Hope and the recovering addict

I can’t help but think how valuable this information would have been to me about 11 years ago when I was out there, struggling to stay sober, one painful day at a time.


This is something that I think every treatment center should add to their curriculum if they don’t have it in there already.


The fantastic power of hope.


Whether or not you’re a person in long term addiction recovery like me, or you’ve never even picked up a drink or a drug, you need to know that hope is what moves us forward in life.


Hope is what compels us to act.


When we have hope in our future, our present becomes a completely new experience.


Think about the last time something really positive happened in your life.


Maybe it was something you worked really hard for or maybe it was something that you lucked into.

Think of how you felt when you knew that because of this event, your future had changed for the better.


Think about the smile on your face, the feeling of excitement and how quickly the outlook on your life had changed. Think about the motivation and how energized you felt.

Something happened to introduce new hope for your future, and it changed the way you felt immediately, perhaps even before the change actually took place – just the news that something was going to happen was a game changer.


That’s the power of hope. Hope changes the way we feel, the way we think and most importantly, hope is one of the main driving forces behind taking action.


The feeling of hopelessness is common for people who are in active addiction. Hopelessness is just as powerful as hope, but in the other direction.


Without hope, the present loses meaning and our actions are pretty much meaningless. We act only to get through the day, whatever that looks like depending on where we are in our lives.


When I was living in a shelter and still smoking crack as much as I could, my actions were driven by my desire to get high that day. I did what I had to do. The actions I took, although they sometimes got me the result I was looking for, were meaningless because they didn’t get me anywhere I was happy about or proud of.


Getting high was exciting for a few seconds but it was nothing more than a brief escape from my reality, which was that I had no hope for my future.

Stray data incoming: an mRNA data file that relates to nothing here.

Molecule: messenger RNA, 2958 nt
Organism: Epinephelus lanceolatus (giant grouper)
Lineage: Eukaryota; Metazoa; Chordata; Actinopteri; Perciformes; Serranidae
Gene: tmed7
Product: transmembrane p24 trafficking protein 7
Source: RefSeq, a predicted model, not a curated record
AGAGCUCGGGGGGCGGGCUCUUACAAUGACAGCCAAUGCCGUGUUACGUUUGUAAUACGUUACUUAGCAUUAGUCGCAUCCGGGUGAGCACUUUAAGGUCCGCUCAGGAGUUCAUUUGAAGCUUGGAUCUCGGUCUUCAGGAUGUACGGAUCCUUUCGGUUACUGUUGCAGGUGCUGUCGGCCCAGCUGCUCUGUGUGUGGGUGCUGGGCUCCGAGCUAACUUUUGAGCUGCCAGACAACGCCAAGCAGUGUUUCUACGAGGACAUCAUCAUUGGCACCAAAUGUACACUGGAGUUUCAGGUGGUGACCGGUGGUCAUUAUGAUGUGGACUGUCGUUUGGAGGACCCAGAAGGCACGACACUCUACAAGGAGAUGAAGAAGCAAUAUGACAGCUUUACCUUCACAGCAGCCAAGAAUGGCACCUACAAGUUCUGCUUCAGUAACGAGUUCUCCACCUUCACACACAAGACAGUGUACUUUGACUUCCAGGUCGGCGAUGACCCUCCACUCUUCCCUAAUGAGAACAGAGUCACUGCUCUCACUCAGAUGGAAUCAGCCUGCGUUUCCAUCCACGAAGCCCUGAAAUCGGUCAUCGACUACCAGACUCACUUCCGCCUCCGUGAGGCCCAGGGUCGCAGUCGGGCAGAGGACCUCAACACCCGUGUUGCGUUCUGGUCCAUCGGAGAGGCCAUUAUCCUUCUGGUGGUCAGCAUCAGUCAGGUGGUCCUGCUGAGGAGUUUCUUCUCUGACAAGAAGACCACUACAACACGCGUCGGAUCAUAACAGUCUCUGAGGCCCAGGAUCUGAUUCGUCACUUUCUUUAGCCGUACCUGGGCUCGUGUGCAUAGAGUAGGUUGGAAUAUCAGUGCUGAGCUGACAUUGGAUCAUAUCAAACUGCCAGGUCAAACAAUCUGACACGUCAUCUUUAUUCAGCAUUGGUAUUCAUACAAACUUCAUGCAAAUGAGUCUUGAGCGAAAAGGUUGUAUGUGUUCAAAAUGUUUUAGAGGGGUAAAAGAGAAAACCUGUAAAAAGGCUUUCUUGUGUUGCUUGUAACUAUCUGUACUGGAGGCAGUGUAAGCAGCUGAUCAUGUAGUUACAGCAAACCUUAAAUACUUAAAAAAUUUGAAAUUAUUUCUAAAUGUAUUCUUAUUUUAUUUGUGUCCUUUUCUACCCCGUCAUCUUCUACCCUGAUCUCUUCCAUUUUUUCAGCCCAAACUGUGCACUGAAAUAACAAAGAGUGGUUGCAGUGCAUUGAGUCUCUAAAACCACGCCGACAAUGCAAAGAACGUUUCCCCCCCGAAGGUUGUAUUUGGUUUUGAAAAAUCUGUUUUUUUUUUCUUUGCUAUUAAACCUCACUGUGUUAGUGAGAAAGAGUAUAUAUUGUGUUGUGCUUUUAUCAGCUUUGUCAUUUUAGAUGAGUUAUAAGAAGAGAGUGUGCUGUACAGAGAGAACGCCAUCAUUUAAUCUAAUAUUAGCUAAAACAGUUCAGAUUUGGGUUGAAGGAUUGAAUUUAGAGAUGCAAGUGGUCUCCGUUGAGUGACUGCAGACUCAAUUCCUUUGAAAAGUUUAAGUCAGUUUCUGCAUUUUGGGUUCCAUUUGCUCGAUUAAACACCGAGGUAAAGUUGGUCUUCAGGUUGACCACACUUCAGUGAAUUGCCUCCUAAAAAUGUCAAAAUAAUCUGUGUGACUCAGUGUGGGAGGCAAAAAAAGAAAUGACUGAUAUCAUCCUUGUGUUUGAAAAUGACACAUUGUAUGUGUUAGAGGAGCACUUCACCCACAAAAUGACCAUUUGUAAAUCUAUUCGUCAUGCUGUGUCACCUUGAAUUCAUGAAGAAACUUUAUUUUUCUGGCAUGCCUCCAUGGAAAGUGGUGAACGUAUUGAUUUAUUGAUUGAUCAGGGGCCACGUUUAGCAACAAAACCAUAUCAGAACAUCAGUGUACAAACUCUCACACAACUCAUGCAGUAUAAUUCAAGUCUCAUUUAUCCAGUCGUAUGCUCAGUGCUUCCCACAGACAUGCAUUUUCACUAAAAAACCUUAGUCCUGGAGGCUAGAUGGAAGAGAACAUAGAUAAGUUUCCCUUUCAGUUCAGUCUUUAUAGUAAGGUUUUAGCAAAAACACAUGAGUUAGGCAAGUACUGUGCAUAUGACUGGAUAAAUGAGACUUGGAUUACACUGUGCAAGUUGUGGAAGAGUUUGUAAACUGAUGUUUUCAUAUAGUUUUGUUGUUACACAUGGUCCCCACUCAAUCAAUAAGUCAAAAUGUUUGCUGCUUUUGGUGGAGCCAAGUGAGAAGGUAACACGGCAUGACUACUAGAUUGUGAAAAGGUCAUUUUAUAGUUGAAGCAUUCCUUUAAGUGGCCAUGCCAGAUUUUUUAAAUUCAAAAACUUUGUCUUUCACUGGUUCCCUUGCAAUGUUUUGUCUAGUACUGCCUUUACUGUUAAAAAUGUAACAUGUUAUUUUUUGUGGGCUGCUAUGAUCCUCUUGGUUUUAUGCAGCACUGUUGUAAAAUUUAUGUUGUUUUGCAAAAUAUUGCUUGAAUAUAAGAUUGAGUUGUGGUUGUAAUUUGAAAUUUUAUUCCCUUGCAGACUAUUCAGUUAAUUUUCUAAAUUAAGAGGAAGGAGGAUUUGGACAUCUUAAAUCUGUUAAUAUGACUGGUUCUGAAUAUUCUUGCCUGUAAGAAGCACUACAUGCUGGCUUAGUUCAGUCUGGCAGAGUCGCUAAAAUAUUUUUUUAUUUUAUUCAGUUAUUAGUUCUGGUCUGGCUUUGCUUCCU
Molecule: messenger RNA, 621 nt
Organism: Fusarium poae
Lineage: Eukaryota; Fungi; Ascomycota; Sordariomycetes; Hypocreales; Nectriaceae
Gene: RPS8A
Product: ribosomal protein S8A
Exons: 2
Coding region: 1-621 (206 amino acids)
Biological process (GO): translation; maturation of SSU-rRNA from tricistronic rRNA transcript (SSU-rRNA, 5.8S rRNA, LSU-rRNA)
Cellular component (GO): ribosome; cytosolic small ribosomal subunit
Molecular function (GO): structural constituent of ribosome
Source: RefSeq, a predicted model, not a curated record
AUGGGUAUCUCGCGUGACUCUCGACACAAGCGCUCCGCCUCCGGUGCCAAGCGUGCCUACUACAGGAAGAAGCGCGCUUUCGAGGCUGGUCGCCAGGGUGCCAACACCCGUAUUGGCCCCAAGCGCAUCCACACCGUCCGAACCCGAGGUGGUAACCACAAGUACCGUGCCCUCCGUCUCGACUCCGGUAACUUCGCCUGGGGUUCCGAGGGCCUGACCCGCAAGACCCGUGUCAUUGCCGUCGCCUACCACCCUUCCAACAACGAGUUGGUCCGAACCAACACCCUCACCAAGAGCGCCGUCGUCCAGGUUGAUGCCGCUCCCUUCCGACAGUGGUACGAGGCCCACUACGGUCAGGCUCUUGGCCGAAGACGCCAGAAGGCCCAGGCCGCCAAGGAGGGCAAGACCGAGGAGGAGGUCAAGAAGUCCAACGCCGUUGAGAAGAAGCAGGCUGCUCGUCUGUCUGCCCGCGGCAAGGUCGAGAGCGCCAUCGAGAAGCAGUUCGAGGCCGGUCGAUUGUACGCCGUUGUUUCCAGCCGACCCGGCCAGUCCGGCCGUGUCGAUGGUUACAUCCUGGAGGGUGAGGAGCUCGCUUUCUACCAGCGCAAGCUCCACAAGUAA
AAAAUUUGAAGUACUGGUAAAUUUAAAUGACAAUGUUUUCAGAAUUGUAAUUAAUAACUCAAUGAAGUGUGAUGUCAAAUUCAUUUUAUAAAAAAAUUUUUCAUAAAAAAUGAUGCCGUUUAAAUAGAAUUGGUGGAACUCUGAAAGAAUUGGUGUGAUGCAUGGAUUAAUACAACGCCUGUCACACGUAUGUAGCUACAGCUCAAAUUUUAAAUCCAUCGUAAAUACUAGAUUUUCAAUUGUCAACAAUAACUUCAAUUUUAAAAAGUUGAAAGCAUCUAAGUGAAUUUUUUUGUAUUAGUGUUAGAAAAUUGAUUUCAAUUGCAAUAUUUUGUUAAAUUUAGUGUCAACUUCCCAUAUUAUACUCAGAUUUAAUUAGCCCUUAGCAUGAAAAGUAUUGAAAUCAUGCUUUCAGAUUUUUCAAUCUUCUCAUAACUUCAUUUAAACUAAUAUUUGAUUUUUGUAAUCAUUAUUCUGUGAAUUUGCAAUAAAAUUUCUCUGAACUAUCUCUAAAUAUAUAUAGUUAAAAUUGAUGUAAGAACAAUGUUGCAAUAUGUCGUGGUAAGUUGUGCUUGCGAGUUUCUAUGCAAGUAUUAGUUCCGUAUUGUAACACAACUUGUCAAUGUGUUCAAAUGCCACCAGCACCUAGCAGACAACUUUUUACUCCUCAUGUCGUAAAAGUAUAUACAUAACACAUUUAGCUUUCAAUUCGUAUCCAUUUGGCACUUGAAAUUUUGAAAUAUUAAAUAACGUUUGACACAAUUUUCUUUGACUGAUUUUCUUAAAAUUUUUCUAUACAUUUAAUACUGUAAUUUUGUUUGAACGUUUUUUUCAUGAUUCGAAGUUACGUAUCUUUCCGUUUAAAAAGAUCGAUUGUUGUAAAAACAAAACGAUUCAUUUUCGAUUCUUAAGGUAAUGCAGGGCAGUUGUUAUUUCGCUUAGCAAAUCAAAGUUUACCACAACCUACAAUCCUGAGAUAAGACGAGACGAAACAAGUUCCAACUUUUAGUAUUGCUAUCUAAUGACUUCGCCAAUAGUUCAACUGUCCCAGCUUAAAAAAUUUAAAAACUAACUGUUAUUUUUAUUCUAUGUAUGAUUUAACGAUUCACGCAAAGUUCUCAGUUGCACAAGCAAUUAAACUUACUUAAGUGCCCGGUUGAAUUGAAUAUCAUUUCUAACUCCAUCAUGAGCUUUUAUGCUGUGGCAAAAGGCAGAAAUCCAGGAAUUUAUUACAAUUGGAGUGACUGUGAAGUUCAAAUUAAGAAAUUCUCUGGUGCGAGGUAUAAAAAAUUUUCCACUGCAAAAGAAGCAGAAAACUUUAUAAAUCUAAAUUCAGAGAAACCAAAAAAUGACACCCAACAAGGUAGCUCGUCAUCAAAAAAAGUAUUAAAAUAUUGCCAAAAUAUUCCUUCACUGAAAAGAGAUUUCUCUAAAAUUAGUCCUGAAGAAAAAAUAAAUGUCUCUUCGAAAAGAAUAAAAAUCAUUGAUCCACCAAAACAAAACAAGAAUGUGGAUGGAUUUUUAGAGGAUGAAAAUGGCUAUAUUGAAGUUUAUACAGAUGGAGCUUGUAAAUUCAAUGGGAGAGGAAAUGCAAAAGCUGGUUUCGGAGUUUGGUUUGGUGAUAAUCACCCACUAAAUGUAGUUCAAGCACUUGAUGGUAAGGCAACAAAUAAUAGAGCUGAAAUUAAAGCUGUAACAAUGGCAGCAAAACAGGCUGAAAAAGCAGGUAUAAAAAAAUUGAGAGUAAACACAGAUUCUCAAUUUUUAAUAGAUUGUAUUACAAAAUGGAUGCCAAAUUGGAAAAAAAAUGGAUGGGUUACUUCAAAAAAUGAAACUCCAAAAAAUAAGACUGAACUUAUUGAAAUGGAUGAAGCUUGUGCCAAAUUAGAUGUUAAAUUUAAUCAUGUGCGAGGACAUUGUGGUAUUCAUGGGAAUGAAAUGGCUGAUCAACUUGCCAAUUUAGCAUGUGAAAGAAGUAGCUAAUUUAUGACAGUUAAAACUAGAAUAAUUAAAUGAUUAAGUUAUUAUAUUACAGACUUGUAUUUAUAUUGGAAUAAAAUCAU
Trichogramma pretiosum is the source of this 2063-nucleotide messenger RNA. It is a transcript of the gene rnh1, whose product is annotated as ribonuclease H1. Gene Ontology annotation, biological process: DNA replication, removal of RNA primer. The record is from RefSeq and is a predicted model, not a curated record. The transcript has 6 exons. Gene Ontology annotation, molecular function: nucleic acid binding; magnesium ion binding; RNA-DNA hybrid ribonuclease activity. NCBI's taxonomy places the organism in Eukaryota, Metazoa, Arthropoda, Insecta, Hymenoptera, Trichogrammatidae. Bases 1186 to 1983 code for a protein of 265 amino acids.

Drug addicts like me must have hope for our future or we are doomed.


ALL of my relapses back into using were because I lacked hope for my future.


Today is completely different – I see an ever-evolving end goal in my future and the excitement of where I am going makes today a completely different experience.


What’s better is that I am the person who designed my future, I’m not leaving it up to chance or other people.


I know where I want to be tomorrow, so I know what I’m supposed to do today to get there.


Author Paul Arden sums it up perfectly in this quote: “Your vision of where or who you want to be is the greatest asset you have. Without having a goal it’s difficult to score.”


Dr. Benjamin Hardy is one of my favorite authors and he loves to talk about hope. In his book “Be Your Future Self Now” he says that without hope, motivation is impossible. I agree based on my experience.


He goes on to say that hope is three things:


1. A clear and specific goal

2. Agency thinking – the belief that you have control over what you do, that your actions matter, and you can impact the results in your life

3. Pathways thinking – You see a path, have a path, or can create a path or multiple paths from where you are now to your end goal


Please take this post as a practical guide to taking action.


Now that you know that hope is what motivates us, I ask that you take some time to consider your future:


Do you know exactly where you want to go?


Take some time to write about your future.


Take the time to dream about where you would love to see yourself three years from now. Use the best-case scenario. Don’t worry about whether the person you are today would be able to achieve these goals. Just write using your imagination and remember that nobody is going read this except you.


Ask yourself: If you knew that this was going to be your reality in three years, you were 100% convinced that this was going to happen, how much hope would you feel right now? How would this excite you and motivate you to act?


Is it time to change the end goal? – Change it into something you really want and then start taking one or two very small actions every morning before 8am to get you closer to the end goal and you will watch the trajectory of your life change very quickly.


Kelly is a Robbins-Madanes trained addiction recovery coach, creator or the Success In Sobriety Coaching program and is always available for a chat about your road to recovery after getting sober. kellyfrance.com/book